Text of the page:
that area of antioch, vallejo, concord, martinez, pinole has many filipino residents. i am sure that there have been some public gatherings of support for angelo and his family. most likely, there are some good community organizers who are trying to get the word out of this tragedy and cry out for accountability and justice. now that there has been national coverage of the story, there will be more people in solidarity with the cause.

but will there be a connection made between angelo quinto and george floyd? will the brown/asian/filipino communities be more in solidarity with the black lives matter movement? do we understand that it is people of color that suffer because of the abuse of power?

or will angelo quinto’s death be a footnote much like vincent chin? how will 2021 be different from 1980s and the 1930s?

for catholic filipinos, can there be a spark of the “people power revolution” of 1986 that stands up to abuse by public servants? who is the cardinal jaime sin among the bishops who lead and guide us? can our faith move beyond a privatized devotion within church walls to a love shown in the common good on the streets? where is our righteous anger and justice based on the love of neighbor/enemy that jesus taught? can we be instruments of the Spirit and a source of healing and understanding in the midst of senseless killings by those commissioned to protect and serve the public?

do we really understand that black, brown and asian peoples need to be in solidarity against bigotry and abuse of power if significant change is to be made?

yes, i have many questions. but i know one thing: new chapters of race relations will open. will we participate and choose actions toward a more just society? or will there be more subtle and life ending abuse because of bigotry? will future vincent chins and angelo quintos die needlessly because of our failure to care and act?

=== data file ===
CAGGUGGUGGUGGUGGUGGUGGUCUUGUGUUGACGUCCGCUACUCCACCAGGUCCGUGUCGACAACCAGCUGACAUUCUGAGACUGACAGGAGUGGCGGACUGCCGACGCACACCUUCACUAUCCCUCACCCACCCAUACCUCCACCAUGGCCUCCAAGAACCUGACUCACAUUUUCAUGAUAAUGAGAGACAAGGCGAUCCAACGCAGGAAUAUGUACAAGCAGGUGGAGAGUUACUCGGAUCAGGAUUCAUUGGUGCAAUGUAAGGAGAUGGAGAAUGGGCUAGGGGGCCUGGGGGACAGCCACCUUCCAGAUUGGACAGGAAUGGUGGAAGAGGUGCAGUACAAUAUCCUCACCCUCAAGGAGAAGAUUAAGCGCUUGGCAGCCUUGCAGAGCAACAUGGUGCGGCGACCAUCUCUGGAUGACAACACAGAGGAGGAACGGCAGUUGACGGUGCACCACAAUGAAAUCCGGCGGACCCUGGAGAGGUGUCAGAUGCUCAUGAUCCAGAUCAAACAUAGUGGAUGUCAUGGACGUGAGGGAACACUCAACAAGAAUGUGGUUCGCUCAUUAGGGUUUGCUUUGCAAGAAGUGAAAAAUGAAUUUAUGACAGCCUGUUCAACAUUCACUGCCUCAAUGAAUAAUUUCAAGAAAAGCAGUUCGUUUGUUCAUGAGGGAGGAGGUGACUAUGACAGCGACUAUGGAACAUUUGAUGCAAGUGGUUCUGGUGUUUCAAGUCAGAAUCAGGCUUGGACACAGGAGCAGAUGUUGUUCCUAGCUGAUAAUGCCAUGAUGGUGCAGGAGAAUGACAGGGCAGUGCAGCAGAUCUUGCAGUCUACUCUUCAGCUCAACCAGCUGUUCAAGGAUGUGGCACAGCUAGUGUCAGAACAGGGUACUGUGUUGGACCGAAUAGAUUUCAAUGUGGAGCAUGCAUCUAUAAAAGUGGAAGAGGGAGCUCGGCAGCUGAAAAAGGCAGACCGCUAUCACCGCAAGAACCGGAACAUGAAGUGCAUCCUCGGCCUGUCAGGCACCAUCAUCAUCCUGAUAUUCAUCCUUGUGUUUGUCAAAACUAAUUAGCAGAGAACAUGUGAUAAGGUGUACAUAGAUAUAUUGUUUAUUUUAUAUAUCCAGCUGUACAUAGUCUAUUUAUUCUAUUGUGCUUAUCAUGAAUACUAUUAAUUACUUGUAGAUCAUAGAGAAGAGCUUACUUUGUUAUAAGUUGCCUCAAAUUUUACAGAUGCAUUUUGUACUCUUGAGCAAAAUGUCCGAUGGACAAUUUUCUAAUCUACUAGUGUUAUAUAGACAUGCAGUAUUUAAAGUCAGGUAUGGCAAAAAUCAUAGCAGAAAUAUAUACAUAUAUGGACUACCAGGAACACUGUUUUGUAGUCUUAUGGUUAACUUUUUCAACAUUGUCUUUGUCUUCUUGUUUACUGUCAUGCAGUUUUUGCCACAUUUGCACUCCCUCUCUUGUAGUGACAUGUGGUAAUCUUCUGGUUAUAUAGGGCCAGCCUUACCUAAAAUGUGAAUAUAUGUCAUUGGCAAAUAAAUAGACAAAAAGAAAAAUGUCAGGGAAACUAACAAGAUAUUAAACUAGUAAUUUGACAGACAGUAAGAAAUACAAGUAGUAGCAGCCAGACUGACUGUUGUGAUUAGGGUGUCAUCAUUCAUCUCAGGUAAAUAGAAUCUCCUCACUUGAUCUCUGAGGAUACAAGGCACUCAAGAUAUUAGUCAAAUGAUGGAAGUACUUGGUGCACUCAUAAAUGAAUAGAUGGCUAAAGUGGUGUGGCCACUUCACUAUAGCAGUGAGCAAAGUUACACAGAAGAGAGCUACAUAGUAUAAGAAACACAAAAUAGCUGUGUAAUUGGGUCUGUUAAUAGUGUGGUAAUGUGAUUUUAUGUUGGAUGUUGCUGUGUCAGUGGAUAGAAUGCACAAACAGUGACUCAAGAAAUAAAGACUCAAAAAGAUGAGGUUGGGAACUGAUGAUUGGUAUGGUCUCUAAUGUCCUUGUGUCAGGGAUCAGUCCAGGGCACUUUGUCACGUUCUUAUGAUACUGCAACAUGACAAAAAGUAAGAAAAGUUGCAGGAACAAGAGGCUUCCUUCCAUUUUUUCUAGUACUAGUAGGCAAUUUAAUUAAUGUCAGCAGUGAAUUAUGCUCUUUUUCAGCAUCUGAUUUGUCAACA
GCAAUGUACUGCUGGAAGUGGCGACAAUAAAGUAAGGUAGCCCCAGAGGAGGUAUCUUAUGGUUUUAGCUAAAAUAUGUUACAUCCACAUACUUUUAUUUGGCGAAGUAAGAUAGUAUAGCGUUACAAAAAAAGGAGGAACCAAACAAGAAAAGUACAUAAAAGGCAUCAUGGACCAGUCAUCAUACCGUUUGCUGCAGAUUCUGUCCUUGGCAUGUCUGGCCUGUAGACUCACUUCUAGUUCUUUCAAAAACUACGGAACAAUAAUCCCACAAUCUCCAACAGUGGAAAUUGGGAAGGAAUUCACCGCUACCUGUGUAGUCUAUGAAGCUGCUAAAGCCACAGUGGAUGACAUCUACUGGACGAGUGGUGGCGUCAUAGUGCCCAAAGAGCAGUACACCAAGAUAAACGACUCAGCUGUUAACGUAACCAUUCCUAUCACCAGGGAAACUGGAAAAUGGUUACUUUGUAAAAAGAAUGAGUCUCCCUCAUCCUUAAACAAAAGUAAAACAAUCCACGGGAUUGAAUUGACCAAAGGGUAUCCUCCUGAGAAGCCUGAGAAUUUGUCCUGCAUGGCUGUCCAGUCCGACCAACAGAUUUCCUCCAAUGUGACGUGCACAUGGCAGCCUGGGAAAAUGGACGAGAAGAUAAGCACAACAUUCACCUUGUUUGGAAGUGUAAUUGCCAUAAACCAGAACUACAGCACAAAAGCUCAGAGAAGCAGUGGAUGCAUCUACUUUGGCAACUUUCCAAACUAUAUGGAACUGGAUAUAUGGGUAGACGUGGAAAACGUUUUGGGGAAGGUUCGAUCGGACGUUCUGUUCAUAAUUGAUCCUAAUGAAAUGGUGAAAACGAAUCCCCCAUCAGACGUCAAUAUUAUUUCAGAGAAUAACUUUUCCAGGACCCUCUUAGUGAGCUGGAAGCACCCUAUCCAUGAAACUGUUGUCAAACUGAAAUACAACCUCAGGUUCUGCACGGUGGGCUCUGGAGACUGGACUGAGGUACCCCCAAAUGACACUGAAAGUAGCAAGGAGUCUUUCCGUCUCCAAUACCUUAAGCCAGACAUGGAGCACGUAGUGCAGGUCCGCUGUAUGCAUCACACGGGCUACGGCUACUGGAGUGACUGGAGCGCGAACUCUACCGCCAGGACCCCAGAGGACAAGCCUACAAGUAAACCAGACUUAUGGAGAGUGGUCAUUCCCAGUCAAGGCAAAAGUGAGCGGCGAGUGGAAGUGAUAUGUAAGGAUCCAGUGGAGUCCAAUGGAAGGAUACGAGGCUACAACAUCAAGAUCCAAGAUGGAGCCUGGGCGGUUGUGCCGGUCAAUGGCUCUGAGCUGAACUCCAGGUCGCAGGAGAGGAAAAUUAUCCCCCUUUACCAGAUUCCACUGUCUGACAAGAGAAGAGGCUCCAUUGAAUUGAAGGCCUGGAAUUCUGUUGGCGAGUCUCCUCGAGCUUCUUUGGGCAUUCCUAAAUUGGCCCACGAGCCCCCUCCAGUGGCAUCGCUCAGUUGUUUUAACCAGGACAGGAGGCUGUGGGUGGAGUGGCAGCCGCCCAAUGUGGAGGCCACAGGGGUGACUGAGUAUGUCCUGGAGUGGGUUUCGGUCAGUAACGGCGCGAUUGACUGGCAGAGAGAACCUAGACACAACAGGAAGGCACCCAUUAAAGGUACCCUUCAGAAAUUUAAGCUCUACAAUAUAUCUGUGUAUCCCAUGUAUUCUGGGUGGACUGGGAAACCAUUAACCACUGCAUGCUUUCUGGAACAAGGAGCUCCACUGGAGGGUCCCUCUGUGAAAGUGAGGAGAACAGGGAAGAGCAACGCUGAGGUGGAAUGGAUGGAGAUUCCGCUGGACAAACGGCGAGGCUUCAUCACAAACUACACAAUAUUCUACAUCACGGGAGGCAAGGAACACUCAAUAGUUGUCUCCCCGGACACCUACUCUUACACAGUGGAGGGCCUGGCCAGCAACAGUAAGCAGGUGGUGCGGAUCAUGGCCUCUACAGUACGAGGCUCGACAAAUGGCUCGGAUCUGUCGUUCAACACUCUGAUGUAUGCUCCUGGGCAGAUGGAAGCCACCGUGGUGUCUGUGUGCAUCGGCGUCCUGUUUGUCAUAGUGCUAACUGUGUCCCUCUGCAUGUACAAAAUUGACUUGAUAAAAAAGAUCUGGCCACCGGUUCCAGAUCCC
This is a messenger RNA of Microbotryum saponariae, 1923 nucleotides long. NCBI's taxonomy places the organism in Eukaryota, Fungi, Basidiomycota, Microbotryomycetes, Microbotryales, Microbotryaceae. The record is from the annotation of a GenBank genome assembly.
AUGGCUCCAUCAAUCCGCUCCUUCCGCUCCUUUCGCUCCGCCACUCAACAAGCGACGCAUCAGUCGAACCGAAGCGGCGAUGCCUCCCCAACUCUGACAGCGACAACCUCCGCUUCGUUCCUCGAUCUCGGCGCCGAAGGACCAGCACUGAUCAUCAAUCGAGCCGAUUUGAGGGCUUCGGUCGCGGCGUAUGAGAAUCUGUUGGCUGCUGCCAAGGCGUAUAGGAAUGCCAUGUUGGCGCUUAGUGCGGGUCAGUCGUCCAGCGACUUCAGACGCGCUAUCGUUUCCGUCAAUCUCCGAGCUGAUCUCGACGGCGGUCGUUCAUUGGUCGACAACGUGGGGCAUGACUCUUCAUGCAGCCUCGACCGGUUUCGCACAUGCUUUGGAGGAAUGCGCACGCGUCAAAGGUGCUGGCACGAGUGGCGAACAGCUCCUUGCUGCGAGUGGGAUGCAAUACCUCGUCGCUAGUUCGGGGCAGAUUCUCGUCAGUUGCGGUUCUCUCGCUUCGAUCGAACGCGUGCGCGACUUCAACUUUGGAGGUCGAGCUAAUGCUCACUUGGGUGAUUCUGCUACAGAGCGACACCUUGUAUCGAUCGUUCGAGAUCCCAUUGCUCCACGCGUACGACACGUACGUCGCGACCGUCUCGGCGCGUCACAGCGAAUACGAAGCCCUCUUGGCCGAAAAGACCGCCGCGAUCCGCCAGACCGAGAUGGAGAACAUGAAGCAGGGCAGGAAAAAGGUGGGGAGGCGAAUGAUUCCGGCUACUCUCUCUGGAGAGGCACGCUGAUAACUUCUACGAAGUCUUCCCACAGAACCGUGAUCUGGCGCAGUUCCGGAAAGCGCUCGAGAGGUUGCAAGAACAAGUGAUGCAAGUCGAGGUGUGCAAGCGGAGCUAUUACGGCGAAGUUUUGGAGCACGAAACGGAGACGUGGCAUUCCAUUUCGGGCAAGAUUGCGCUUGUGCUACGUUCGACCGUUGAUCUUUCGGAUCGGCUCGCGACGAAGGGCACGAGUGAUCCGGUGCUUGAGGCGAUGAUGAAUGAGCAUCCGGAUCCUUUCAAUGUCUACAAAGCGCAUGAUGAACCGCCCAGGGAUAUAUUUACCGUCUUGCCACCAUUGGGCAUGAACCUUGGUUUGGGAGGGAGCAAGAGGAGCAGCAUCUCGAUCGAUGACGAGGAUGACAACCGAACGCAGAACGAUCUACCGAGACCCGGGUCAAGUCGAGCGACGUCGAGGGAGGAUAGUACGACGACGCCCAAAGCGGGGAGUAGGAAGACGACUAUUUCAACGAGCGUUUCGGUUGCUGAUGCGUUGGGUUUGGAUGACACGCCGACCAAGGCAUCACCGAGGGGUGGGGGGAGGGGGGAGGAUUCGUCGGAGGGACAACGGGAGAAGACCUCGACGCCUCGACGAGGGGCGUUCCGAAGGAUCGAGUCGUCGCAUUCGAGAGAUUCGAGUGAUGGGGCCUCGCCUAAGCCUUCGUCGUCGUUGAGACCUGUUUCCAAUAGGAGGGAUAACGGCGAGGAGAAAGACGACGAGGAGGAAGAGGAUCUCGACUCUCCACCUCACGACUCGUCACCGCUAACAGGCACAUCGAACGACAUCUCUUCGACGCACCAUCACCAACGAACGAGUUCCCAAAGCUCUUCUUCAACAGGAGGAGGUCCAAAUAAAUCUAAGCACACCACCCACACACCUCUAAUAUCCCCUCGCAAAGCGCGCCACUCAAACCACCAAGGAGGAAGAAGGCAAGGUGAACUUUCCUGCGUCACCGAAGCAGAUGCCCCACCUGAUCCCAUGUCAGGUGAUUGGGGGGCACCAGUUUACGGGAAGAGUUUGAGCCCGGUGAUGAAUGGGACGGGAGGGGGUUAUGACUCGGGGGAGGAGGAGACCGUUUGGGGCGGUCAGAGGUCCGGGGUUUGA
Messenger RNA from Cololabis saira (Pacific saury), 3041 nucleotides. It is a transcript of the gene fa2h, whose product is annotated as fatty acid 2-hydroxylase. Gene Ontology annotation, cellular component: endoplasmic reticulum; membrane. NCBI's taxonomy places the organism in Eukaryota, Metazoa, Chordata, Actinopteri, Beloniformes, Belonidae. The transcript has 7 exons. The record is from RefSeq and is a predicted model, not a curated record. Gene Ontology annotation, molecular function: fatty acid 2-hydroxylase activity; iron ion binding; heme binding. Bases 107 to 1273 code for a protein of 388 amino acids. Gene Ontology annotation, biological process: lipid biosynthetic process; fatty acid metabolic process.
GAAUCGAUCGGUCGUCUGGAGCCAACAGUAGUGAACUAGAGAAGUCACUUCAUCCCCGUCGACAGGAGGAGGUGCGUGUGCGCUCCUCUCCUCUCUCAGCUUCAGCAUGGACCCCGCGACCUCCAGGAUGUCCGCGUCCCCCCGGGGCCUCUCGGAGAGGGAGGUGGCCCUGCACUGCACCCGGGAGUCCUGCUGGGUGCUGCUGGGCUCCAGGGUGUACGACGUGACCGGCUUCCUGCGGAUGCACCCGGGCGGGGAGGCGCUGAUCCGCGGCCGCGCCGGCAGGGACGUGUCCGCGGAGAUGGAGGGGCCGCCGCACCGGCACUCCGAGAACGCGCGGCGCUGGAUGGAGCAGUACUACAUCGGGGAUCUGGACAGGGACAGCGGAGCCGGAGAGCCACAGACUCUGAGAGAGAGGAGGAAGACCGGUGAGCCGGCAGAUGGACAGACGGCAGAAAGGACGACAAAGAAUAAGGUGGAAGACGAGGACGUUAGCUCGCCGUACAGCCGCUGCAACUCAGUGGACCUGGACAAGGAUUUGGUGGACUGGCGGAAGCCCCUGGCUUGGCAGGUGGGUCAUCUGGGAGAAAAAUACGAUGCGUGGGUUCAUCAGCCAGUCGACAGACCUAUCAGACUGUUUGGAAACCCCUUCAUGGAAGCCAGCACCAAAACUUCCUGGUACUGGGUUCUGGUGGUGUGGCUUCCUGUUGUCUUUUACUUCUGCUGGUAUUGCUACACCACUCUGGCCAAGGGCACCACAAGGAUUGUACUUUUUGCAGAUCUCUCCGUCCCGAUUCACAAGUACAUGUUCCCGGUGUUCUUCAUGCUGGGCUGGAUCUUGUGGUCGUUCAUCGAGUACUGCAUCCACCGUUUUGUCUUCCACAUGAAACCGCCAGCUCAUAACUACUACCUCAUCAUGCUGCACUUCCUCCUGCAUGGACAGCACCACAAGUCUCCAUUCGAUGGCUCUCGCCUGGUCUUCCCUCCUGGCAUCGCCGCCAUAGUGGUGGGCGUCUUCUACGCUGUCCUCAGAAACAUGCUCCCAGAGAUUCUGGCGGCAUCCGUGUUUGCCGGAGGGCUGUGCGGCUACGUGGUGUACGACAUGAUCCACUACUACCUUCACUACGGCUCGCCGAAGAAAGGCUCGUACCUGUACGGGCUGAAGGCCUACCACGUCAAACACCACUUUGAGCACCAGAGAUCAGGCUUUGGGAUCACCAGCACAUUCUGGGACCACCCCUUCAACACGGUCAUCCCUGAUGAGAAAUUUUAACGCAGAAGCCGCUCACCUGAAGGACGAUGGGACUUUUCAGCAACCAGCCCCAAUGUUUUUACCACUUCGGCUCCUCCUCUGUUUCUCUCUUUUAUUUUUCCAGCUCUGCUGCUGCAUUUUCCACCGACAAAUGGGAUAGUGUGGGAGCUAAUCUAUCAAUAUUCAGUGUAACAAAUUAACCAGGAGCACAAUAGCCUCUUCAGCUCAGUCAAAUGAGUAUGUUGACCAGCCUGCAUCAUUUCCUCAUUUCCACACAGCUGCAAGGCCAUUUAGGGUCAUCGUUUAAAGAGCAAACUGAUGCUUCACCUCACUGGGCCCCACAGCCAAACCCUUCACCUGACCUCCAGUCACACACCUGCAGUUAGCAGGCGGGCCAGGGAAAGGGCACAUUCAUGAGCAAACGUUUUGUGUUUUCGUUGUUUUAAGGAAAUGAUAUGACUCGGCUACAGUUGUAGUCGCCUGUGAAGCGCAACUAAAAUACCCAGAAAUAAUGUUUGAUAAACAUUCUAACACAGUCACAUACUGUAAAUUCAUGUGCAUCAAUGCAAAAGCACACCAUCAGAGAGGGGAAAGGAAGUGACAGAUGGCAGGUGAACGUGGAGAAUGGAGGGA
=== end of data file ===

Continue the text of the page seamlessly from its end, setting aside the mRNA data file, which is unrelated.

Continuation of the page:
i pray that the Spirit give us the graces we need to be healers of the tears from abuse– especially at the hands of police. i pray that we people of color and goodwill may unite for true justice, peace and love that we all desire.


  1. DC says:

    Well done Fr. Wisdom.


  2. frarthurcmf says:

    she would be lady wisdom. and i am not her


  3. I would have liked to hear you make it clear that had he been Japanese, this was also no justification for attacking and killing him. My son gets mistaken for whatever Asian the person thinks of first -usually Chinese. We have been attacked in the street, the attack set off because the person thought my son Chinese. It didn’t matter to the would be attacker. He threatened to “beat my son with a shoe.” My son is in his early teen years.


    1. frarthurcmf says:

      Thanks for the comment. Although i did not state it explicitly, no where do i condone violence in the tone of the post.
      My main point was to show that to racists, we are all lumped together as the object of their hate.
      Your son’s experience is another chapter of this ignorance


      1. You didn’t implicitly condone violence, thought also didn’t condemn anti Japanese sentiment either. Have a good day.